Neuromancer sent a pulsating shock through the science fiction world when it was first published in 1984, winning all three of Americas Science Fiction writing awards. The text gave computer nerds instant permission to wear black leather - casting a hop fluorescent light and literary form over otherwise daggy obsessions. Computers suddenly had a cool but dangerous new dimension. Gibson called it cyberspace
The text stands alongside 1984 and Brave New World as one of the twentieth century's most potent novels of the future. But Neuromancer has less to do with predicting technological change than making evident its excesses. It's about "garbage - the refuse of an industrial society" (Gibson).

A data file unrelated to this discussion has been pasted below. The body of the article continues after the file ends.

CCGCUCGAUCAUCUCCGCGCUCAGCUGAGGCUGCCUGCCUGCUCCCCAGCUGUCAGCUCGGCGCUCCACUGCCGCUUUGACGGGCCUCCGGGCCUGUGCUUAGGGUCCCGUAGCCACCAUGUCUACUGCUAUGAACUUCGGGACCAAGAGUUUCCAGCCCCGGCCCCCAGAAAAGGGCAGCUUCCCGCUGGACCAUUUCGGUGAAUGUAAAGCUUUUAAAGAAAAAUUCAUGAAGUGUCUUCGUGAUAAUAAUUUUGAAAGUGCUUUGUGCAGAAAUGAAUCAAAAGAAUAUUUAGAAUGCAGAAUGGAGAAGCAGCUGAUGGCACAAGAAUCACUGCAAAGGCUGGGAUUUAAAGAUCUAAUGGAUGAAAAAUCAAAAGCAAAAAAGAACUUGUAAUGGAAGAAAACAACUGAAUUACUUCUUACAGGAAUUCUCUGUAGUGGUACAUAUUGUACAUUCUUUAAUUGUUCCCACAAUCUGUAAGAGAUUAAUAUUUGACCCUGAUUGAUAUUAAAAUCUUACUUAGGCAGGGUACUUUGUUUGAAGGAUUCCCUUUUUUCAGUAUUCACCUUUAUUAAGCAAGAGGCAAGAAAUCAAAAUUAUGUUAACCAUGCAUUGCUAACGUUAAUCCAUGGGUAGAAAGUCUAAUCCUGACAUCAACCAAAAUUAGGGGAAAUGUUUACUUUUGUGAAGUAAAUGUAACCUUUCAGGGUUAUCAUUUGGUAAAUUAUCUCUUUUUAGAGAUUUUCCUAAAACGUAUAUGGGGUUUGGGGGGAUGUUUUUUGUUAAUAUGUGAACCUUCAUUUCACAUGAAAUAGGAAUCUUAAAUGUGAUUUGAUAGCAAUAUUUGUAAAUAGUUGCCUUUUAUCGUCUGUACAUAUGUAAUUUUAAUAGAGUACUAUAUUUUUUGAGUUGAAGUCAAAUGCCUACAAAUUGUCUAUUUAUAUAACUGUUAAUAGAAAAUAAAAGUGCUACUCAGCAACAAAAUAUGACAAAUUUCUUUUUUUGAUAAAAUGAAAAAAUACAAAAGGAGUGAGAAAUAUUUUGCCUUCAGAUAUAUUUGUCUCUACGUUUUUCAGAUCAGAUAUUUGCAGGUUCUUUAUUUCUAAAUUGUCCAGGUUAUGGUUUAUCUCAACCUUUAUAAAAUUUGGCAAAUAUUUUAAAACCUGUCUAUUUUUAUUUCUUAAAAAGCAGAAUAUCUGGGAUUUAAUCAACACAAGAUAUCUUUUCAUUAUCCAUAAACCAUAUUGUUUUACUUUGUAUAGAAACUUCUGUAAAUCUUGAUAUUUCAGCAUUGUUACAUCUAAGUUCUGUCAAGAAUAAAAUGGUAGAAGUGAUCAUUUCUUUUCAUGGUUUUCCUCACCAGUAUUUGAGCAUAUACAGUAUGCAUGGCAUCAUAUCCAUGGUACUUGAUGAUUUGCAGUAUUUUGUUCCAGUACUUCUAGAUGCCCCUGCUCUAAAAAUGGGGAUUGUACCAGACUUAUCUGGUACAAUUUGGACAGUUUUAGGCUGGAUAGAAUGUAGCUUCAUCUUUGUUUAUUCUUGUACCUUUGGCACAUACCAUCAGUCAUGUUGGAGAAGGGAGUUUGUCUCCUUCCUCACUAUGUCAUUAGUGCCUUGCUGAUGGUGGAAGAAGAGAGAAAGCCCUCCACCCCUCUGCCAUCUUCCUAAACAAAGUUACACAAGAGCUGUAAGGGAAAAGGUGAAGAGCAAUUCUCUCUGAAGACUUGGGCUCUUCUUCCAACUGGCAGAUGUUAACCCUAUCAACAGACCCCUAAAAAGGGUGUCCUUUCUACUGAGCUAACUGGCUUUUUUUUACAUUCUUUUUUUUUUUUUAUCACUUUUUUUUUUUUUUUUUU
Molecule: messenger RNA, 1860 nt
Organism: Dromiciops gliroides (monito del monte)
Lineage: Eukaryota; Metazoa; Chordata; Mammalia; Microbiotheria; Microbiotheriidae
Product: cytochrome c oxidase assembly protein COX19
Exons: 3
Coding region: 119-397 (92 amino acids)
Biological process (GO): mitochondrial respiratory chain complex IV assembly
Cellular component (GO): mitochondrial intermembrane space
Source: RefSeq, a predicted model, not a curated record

Neuromancer follows the story of Case, once a computer cowboy, now a cyberfucked hustler. His skill lies within the virtual world of the matrix, where he penetrates the bright walls of corporate systems, opening windows into rich fields of data.Case made the classic mistake - he stole from his employers, who repaid him by maiming his nervous system with wartime Russian mycotoxin.
But the matrix becomes Case's sole hope for a cure. He goes back into the system - not only for the bliss of cyberspace - but to steal again. This time from the big boys, the megacorps. In return, should he survive, he will be cured.
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